Inland exploration began almost as soon as the settlement at Sydney Cove was established. Several attempts were made to cross the Blue Mountains between 1800 and 1810.
Coastal and Inland Exploration
As far as is known, Zachary Hick[e]s, the First Lieutenant on Captain James Cook’s barque Endeavour, was in 1770, the first European to sight the coast of NSW. There is, however, some very flimsy evidence that Portuguese and Dutch navigators may have explored and landed on the coast, perhaps even have entered Port Jackson. It is certain, though, that even after Cook’s voyage European knowledge of the coast remained very sketchy. Botany Bay was an important exception, as Cook’s party sailed into the Bay, named it, and stayed for just over a week. In fact, he first named the inlet Stingray Bay, but changed the name to honour the large amount of ground-breaking botanical work carried out by Joseph Banks, Daniel Solander and Sydney Parkinson. Once at sea again, Cook also sighted, and in many cases named, Lake Illawarra, Broken Bay, Port Stephens, Nobby’s (Newcastle), The Brothers (near Port Macquarie), Cape Byron and Byron Bay, and Point Danger and Mount Warning in the far north of the State.
Inland exploration began almost as soon as the settlement at Sydney Cove was established and named after Viscount Sydney, the British Home-Secretary. The First Fleet had anchored firstly in Botany Bay, but within days had moved to Port Jackson, almost at the same time as La Pérouse arrived in Botany Bay for a short, amicable stay Governor Arthur Phillip and parties explored much of the Cumberland Plain within the first year or two of settlement (1788-89). Five weeks after his arrival at Sydney, Governor Phillip set out in a longboat to explore Broken Bay, Brisbane Water and Pitt Water, noting the mouth of the Hawkesbury. The Hawkesbury River was explored upstream from Broken Bay to Richmond Hill in June 1789, and the upper reaches, even today still known as the Nepean River, by Watkin Tench in the same month. It was Tench and William Dawes who in May 1791 confirmed that the Nepean and the Hawkesbury are one and the same river. Botany Bay, and the land between there and Sydney Town, was more fully explored and charted in that year, too. Further afield, Phillip visited the Gosford area in 1790; the Georges River was explored by George Bass, Matthew Flinders and William Martin in 1795; and the Picton district was explored by John Wilson in 1798.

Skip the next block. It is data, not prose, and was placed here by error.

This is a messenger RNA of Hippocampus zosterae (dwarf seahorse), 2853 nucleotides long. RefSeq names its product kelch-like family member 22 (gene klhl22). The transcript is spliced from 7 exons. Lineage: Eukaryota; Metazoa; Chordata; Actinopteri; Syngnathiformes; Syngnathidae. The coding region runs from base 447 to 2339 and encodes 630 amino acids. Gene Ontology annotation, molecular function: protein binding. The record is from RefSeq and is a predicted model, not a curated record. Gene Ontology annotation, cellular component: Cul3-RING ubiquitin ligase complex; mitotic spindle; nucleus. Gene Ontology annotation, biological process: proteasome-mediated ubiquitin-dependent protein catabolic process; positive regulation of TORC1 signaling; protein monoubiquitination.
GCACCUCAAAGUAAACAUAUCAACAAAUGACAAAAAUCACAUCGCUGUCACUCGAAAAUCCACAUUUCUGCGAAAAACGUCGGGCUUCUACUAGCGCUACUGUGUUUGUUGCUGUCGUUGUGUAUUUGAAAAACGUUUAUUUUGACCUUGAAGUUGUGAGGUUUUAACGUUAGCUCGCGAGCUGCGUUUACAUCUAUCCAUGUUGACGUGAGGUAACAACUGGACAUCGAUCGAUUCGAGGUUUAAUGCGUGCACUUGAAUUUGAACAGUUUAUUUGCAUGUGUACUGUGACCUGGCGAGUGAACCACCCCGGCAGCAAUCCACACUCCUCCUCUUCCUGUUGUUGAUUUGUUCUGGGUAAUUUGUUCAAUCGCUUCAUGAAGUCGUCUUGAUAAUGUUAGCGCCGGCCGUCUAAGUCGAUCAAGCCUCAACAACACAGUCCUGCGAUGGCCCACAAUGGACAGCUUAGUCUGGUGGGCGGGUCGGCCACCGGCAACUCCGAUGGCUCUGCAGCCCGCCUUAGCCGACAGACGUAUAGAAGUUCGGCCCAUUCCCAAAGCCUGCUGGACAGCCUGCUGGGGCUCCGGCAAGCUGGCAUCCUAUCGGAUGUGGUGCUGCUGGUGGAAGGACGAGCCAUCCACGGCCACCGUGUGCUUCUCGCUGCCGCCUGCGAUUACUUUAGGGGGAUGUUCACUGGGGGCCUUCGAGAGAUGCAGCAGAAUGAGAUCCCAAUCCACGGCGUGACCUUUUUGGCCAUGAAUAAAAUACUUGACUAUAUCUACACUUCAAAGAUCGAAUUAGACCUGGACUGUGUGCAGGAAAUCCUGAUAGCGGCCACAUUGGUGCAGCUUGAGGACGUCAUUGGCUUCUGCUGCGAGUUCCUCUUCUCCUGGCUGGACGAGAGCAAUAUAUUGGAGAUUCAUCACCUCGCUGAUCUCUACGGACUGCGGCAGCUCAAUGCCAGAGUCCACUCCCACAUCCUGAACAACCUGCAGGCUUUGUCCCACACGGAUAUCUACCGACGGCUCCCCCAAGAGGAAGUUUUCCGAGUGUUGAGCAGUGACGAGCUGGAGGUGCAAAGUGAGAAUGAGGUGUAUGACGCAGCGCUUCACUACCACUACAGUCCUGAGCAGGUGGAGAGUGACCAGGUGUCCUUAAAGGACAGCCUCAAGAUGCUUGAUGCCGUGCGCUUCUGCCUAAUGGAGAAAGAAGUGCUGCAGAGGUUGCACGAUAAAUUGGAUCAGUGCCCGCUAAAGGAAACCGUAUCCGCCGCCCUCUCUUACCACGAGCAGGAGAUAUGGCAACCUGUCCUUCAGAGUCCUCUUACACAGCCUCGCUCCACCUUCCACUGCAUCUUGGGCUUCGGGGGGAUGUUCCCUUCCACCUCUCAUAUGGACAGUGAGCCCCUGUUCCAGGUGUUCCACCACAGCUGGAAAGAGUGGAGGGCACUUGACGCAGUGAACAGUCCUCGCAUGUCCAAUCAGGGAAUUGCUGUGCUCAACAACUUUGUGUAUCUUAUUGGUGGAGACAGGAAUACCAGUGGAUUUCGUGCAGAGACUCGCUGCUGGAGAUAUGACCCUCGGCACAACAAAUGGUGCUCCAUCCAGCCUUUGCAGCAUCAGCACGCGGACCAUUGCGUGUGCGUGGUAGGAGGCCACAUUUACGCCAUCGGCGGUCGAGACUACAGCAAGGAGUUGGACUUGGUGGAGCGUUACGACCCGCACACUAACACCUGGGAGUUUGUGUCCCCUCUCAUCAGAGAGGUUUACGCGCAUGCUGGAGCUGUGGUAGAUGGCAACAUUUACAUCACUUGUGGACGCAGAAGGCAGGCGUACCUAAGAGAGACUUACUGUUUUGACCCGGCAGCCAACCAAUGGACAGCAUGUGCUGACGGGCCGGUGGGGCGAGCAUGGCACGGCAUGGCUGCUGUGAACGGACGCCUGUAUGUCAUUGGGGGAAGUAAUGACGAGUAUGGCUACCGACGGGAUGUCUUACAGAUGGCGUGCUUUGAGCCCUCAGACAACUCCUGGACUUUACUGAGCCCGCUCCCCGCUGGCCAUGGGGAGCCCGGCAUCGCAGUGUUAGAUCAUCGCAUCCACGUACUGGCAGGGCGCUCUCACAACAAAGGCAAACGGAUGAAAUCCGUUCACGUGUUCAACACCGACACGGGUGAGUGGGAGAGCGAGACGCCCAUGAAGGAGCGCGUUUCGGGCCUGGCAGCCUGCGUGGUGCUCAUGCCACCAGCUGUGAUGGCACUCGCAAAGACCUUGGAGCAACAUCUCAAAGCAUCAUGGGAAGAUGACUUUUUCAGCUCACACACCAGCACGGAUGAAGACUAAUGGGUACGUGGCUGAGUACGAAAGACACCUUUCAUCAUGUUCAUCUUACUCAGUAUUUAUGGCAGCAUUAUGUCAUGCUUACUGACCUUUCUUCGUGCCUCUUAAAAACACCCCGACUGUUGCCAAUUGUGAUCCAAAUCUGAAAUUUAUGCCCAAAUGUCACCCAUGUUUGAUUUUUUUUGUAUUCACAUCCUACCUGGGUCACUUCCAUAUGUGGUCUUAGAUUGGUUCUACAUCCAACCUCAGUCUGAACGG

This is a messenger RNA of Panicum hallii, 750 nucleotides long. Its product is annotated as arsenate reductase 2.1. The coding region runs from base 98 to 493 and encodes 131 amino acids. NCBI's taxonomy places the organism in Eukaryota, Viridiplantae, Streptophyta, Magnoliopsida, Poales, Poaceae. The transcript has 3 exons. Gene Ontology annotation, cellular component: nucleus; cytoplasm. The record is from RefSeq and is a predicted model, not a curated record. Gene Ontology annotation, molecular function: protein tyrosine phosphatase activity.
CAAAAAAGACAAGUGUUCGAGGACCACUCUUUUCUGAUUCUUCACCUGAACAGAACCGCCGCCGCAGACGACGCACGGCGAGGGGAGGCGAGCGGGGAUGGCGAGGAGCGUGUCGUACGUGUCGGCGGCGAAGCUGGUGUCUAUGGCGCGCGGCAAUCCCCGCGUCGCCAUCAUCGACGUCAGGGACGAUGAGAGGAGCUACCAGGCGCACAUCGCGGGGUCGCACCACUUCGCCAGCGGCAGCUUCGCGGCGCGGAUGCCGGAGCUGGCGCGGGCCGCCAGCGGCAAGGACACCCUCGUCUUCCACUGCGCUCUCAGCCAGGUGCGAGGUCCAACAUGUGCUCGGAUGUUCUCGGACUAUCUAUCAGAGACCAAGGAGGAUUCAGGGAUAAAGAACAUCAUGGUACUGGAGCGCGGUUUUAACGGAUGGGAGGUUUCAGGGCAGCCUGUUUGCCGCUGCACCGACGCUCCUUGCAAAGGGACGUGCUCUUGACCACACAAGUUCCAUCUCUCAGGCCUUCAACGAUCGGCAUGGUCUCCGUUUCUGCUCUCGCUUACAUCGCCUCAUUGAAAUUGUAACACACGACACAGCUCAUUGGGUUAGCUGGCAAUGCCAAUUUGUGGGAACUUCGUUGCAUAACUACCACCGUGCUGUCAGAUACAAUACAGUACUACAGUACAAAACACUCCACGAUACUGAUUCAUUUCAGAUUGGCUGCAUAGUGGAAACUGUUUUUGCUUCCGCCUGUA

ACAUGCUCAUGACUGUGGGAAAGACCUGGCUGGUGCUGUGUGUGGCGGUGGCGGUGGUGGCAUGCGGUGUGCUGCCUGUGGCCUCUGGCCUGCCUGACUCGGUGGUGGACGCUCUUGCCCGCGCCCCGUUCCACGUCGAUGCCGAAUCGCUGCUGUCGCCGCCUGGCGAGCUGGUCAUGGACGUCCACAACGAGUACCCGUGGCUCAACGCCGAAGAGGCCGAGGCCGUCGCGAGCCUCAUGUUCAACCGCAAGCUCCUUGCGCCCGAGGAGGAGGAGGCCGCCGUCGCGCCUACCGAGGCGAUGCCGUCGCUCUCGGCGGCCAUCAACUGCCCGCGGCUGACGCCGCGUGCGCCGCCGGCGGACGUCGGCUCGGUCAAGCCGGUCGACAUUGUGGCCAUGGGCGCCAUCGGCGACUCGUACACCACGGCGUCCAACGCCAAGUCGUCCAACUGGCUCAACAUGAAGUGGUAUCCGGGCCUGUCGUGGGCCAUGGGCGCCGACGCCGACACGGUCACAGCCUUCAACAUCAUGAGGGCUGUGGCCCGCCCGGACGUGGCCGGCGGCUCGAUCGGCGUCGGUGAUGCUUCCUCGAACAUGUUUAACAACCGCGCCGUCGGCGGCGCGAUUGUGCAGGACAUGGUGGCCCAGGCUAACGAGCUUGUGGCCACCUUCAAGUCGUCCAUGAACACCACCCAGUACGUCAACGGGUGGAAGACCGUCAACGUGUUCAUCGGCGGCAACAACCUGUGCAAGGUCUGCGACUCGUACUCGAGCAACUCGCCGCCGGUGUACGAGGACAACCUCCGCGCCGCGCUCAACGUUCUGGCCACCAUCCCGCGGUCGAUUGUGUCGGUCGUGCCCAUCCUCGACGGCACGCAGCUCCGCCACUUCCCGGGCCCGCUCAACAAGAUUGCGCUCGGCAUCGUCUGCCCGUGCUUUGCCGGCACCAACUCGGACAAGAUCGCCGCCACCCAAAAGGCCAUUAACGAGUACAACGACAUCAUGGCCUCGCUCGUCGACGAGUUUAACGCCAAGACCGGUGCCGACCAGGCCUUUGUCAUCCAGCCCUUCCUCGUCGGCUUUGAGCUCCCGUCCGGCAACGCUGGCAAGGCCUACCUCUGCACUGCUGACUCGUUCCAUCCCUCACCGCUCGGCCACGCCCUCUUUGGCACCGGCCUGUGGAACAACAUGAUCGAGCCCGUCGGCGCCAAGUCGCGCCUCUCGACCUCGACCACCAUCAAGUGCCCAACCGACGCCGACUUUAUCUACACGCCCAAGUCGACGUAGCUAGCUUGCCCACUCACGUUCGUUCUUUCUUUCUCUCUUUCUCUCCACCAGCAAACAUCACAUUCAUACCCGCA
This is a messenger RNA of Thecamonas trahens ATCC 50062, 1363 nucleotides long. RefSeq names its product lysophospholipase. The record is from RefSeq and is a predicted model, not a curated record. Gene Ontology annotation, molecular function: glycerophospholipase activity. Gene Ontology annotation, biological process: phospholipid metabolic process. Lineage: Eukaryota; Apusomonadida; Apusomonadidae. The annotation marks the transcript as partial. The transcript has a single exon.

Exploration was slow due to the rugged country surrounding Sydney, the Blue Mountains in particular presenting a seemingly impenetrable barrier. Tench reached the foothills in 1789, and attempts at crossing the Mountains were made by Dawes (1789), William Paterson (1793), Henry Hacking (1794), Bass (1796) and Wilson (1798). Wilson and Hacking, with a party of convicts, reached and climbed Mount Towrang, 9.5 km east of modern Goulburn. They concluded that ahead lay ‘scrubby, hilly country’, and returned towards Sydney, missing the extensive Goulburn Plains. By 1800, all of the Cumberland Plain and the area south-west to Goulburn were known following exploration by Governor Phillip and such men as Tench, Dawes and Wilson. Bass explored Botany Bay and the Georges River in 1795, and in September 1797 travelled from Menangle to the coast. Coastal exploration by Bass and by Matthew Flinders in the late 1790s meant that the entire coastline was also known in broad outline by 1800.